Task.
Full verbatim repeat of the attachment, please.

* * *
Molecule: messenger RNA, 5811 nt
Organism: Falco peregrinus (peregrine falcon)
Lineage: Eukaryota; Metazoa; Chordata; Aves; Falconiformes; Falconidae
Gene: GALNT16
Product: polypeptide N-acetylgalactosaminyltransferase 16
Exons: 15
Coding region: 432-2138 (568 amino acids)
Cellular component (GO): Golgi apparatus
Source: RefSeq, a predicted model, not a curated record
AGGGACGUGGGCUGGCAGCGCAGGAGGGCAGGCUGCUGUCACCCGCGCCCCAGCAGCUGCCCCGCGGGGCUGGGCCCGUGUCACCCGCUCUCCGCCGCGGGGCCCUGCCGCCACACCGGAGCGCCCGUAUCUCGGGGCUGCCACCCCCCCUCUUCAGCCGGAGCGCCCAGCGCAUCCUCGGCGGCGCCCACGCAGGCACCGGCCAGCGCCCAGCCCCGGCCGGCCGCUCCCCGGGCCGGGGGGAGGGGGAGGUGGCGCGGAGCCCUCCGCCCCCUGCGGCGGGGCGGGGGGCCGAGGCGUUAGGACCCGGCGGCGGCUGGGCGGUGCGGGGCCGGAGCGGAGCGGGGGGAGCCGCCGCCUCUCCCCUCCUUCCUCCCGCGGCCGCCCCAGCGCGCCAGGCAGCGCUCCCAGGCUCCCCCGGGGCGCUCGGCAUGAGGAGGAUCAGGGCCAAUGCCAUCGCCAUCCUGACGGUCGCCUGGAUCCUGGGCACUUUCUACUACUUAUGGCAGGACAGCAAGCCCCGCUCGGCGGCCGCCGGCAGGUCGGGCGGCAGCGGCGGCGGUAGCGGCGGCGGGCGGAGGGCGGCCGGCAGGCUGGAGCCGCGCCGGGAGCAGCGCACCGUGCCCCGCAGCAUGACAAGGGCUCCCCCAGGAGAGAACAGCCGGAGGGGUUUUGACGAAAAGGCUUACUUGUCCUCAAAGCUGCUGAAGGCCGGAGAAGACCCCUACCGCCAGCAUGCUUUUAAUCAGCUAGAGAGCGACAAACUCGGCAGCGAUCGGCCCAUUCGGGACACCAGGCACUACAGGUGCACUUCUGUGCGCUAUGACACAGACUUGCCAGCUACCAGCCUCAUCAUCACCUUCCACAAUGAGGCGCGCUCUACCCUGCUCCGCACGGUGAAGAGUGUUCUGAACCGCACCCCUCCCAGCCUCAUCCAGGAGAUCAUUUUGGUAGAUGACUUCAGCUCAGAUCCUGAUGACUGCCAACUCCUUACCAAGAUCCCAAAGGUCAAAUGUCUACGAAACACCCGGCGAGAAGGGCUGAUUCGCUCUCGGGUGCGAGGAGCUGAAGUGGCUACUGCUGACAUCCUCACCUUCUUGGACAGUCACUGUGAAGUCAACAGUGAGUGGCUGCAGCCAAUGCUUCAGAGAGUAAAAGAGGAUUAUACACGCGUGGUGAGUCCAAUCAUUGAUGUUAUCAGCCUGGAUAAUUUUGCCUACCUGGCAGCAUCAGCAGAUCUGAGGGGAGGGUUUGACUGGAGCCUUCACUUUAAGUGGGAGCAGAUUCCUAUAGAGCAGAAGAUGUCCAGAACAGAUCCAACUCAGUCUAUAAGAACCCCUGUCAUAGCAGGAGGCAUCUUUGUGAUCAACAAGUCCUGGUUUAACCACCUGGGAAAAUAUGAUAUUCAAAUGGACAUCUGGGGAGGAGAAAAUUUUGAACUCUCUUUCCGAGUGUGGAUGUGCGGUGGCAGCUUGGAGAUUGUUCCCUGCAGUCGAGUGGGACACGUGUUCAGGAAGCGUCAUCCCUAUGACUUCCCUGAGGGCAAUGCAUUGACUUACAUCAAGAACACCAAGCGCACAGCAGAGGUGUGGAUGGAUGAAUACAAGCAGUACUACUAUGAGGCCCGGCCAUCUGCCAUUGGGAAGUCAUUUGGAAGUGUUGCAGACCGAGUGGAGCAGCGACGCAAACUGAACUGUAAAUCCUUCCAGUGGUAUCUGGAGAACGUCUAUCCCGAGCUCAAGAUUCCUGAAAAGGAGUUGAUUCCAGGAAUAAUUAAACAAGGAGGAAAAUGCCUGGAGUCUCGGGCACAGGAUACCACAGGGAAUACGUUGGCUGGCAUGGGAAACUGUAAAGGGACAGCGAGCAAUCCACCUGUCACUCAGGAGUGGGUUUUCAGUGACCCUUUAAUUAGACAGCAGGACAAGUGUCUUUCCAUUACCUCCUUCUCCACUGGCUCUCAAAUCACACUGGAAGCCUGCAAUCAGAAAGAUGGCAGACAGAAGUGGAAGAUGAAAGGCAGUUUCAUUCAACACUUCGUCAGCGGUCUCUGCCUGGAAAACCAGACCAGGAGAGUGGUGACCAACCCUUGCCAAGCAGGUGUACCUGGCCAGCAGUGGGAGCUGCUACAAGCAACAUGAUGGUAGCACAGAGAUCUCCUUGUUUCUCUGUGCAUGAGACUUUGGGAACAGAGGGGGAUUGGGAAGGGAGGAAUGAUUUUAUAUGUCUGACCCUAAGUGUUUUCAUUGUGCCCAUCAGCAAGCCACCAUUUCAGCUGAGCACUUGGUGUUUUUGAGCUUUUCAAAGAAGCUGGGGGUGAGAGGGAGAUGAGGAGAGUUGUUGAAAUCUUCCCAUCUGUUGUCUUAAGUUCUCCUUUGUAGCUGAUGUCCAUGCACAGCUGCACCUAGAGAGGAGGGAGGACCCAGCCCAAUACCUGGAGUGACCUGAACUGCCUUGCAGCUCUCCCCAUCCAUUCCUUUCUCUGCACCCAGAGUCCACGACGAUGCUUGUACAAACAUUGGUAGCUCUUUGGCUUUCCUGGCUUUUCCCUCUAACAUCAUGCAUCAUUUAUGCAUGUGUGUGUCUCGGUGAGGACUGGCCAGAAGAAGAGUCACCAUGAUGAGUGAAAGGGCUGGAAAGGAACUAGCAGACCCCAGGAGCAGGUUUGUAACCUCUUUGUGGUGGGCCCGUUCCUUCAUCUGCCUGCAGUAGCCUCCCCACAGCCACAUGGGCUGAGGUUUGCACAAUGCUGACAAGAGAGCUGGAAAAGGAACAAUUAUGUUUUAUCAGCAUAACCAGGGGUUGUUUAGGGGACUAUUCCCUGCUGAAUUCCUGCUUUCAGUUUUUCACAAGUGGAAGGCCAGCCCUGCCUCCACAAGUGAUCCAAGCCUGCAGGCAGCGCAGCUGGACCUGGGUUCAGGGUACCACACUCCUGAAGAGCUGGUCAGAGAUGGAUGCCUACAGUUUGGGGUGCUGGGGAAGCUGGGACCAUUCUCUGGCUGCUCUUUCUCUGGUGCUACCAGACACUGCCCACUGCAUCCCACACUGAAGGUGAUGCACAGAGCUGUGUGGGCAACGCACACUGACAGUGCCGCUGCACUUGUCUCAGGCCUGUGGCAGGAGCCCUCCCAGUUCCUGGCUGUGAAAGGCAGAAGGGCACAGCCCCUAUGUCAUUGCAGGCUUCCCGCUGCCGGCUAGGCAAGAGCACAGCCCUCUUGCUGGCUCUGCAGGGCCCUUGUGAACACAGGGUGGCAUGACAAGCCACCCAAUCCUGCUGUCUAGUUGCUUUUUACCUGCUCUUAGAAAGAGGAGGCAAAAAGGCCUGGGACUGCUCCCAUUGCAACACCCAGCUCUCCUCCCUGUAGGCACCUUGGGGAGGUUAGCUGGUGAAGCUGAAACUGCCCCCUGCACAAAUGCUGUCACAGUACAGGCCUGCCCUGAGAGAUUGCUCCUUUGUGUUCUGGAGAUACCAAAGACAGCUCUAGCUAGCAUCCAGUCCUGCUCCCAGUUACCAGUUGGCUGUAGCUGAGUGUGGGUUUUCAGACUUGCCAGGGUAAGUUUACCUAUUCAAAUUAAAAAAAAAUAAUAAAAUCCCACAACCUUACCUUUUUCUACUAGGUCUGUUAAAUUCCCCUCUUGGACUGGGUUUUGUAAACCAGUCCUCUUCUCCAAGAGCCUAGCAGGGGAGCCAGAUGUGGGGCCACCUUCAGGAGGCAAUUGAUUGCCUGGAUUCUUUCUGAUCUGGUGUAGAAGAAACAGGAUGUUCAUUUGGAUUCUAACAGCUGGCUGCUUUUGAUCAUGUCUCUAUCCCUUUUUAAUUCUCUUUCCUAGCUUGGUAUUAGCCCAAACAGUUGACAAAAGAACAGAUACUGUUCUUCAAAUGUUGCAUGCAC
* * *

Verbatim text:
Molecule: messenger RNA, 5811 nt
Organism: Falco peregrinus (peregrine falcon)
Lineage: Eukaryota; Metazoa; Chordata; Aves; Falconiformes; Falconidae
Gene: GALNT16
Product: polypeptide N-acetylgalactosaminyltransferase 16
Exons: 15
Coding region: 432-2138 (568 amino acids)
Cellular component (GO): Golgi apparatus
Source: RefSeq, a predicted model, not a curated record
AGGGACGUGGGCUGGCAGCGCAGGAGGGCAGGCUGCUGUCACCCGCGCCCCAGCAGCUGCCCCGCGGGGCUGGGCCCGUGUCACCCGCUCUCCGCCGCGGGGCCCUGCCGCCACACCGGAGCGCCCGUAUCUCGGGGCUGCCACCCCCCCUCUUCAGCCGGAGCGCCCAGCGCAUCCUCGGCGGCGCCCACGCAGGCACCGGCCAGCGCCCAGCCCCGGCCGGCCGCUCCCCGGGCCGGGGGGAGGGGGAGGUGGCGCGGAGCCCUCCGCCCCCUGCGGCGGGGCGGGGGGCCGAGGCGUUAGGACCCGGCGGCGGCUGGGCGGUGCGGGGCCGGAGCGGAGCGGGGGGAGCCGCCGCCUCUCCCCUCCUUCCUCCCGCGGCCGCCCCAGCGCGCCAGGCAGCGCUCCCAGGCUCCCCCGGGGCGCUCGGCAUGAGGAGGAUCAGGGCCAAUGCCAUCGCCAUCCUGACGGUCGCCUGGAUCCUGGGCACUUUCUACUACUUAUGGCAGGACAGCAAGCCCCGCUCGGCGGCCGCCGGCAGGUCGGGCGGCAGCGGCGGCGGUAGCGGCGGCGGGCGGAGGGCGGCCGGCAGGCUGGAGCCGCGCCGGGAGCAGCGCACCGUGCCCCGCAGCAUGACAAGGGCUCCCCCAGGAGAGAACAGCCGGAGGGGUUUUGACGAAAAGGCUUACUUGUCCUCAAAGCUGCUGAAGGCCGGAGAAGACCCCUACCGCCAGCAUGCUUUUAAUCAGCUAGAGAGCGACAAACUCGGCAGCGAUCGGCCCAUUCGGGACACCAGGCACUACAGGUGCACUUCUGUGCGCUAUGACACAGACUUGCCAGCUACCAGCCUCAUCAUCACCUUCCACAAUGAGGCGCGCUCUACCCUGCUCCGCACGGUGAAGAGUGUUCUGAACCGCACCCCUCCCAGCCUCAUCCAGGAGAUCAUUUUGGUAGAUGACUUCAGCUCAGAUCCUGAUGACUGCCAACUCCUUACCAAGAUCCCAAAGGUCAAAUGUCUACGAAACACCCGGCGAGAAGGGCUGAUUCGCUCUCGGGUGCGAGGAGCUGAAGUGGCUACUGCUGACAUCCUCACCUUCUUGGACAGUCACUGUGAAGUCAACAGUGAGUGGCUGCAGCCAAUGCUUCAGAGAGUAAAAGAGGAUUAUACACGCGUGGUGAGUCCAAUCAUUGAUGUUAUCAGCCUGGAUAAUUUUGCCUACCUGGCAGCAUCAGCAGAUCUGAGGGGAGGGUUUGACUGGAGCCUUCACUUUAAGUGGGAGCAGAUUCCUAUAGAGCAGAAGAUGUCCAGAACAGAUCCAACUCAGUCUAUAAGAACCCCUGUCAUAGCAGGAGGCAUCUUUGUGAUCAACAAGUCCUGGUUUAACCACCUGGGAAAAUAUGAUAUUCAAAUGGACAUCUGGGGAGGAGAAAAUUUUGAACUCUCUUUCCGAGUGUGGAUGUGCGGUGGCAGCUUGGAGAUUGUUCCCUGCAGUCGAGUGGGACACGUGUUCAGGAAGCGUCAUCCCUAUGACUUCCCUGAGGGCAAUGCAUUGACUUACAUCAAGAACACCAAGCGCACAGCAGAGGUGUGGAUGGAUGAAUACAAGCAGUACUACUAUGAGGCCCGGCCAUCUGCCAUUGGGAAGUCAUUUGGAAGUGUUGCAGACCGAGUGGAGCAGCGACGCAAACUGAACUGUAAAUCCUUCCAGUGGUAUCUGGAGAACGUCUAUCCCGAGCUCAAGAUUCCUGAAAAGGAGUUGAUUCCAGGAAUAAUUAAACAAGGAGGAAAAUGCCUGGAGUCUCGGGCACAGGAUACCACAGGGAAUACGUUGGCUGGCAUGGGAAACUGUAAAGGGACAGCGAGCAAUCCACCUGUCACUCAGGAGUGGGUUUUCAGUGACCCUUUAAUUAGACAGCAGGACAAGUGUCUUUCCAUUACCUCCUUCUCCACUGGCUCUCAAAUCACACUGGAAGCCUGCAAUCAGAAAGAUGGCAGACAGAAGUGGAAGAUGAAAGGCAGUUUCAUUCAACACUUCGUCAGCGGUCUCUGCCUGGAAAACCAGACCAGGAGAGUGGUGACCAACCCUUGCCAAGCAGGUGUACCUGGCCAGCAGUGGGAGCUGCUACAAGCAACAUGAUGGUAGCACAGAGAUCUCCUUGUUUCUCUGUGCAUGAGACUUUGGGAACAGAGGGGGAUUGGGAAGGGAGGAAUGAUUUUAUAUGUCUGACCCUAAGUGUUUUCAUUGUGCCCAUCAGCAAGCCACCAUUUCAGCUGAGCACUUGGUGUUUUUGAGCUUUUCAAAGAAGCUGGGGGUGAGAGGGAGAUGAGGAGAGUUGUUGAAAUCUUCCCAUCUGUUGUCUUAAGUUCUCCUUUGUAGCUGAUGUCCAUGCACAGCUGCACCUAGAGAGGAGGGAGGACCCAGCCCAAUACCUGGAGUGACCUGAACUGCCUUGCAGCUCUCCCCAUCCAUUCCUUUCUCUGCACCCAGAGUCCACGACGAUGCUUGUACAAACAUUGGUAGCUCUUUGGCUUUCCUGGCUUUUCCCUCUAACAUCAUGCAUCAUUUAUGCAUGUGUGUGUCUCGGUGAGGACUGGCCAGAAGAAGAGUCACCAUGAUGAGUGAAAGGGCUGGAAAGGAACUAGCAGACCCCAGGAGCAGGUUUGUAACCUCUUUGUGGUGGGCCCGUUCCUUCAUCUGCCUGCAGUAGCCUCCCCACAGCCACAUGGGCUGAGGUUUGCACAAUGCUGACAAGAGAGCUGGAAAAGGAACAAUUAUGUUUUAUCAGCAUAACCAGGGGUUGUUUAGGGGACUAUUCCCUGCUGAAUUCCUGCUUUCAGUUUUUCACAAGUGGAAGGCCAGCCCUGCCUCCACAAGUGAUCCAAGCCUGCAGGCAGCGCAGCUGGACCUGGGUUCAGGGUACCACACUCCUGAAGAGCUGGUCAGAGAUGGAUGCCUACAGUUUGGGGUGCUGGGGAAGCUGGGACCAUUCUCUGGCUGCUCUUUCUCUGGUGCUACCAGACACUGCCCACUGCAUCCCACACUGAAGGUGAUGCACAGAGCUGUGUGGGCAACGCACACUGACAGUGCCGCUGCACUUGUCUCAGGCCUGUGGCAGGAGCCCUCCCAGUUCCUGGCUGUGAAAGGCAGAAGGGCACAGCCCCUAUGUCAUUGCAGGCUUCCCGCUGCCGGCUAGGCAAGAGCACAGCCCUCUUGCUGGCUCUGCAGGGCCCUUGUGAACACAGGGUGGCAUGACAAGCCACCCAAUCCUGCUGUCUAGUUGCUUUUUACCUGCUCUUAGAAAGAGGAGGCAAAAAGGCCUGGGACUGCUCCCAUUGCAACACCCAGCUCUCCUCCCUGUAGGCACCUUGGGGAGGUUAGCUGGUGAAGCUGAAACUGCCCCCUGCACAAAUGCUGUCACAGUACAGGCCUGCCCUGAGAGAUUGCUCCUUUGUGUUCUGGAGAUACCAAAGACAGCUCUAGCUAGCAUCCAGUCCUGCUCCCAGUUACCAGUUGGCUGUAGCUGAGUGUGGGUUUUCAGACUUGCCAGGGUAAGUUUACCUAUUCAAAUUAAAAAAAAAUAAUAAAAUCCCACAACCUUACCUUUUUCUACUAGGUCUGUUAAAUUCCCCUCUUGGACUGGGUUUUGUAAACCAGUCCUCUUCUCCAAGAGCCUAGCAGGGGAGCCAGAUGUGGGGCCACCUUCAGGAGGCAAUUGAUUGCCUGGAUUCUUUCUGAUCUGGUGUAGAAGAAACAGGAUGUUCAUUUGGAUUCUAACAGCUGGCUGCUUUUGAUCAUGUCUCUAUCCCUUUUUAAUUCUCUUUCCUAGCUUGGUAUUAGCCCAAACAGUUGACAAAAGAACAGAUACUGUUCUUCAAAUGUUGCAUGCAC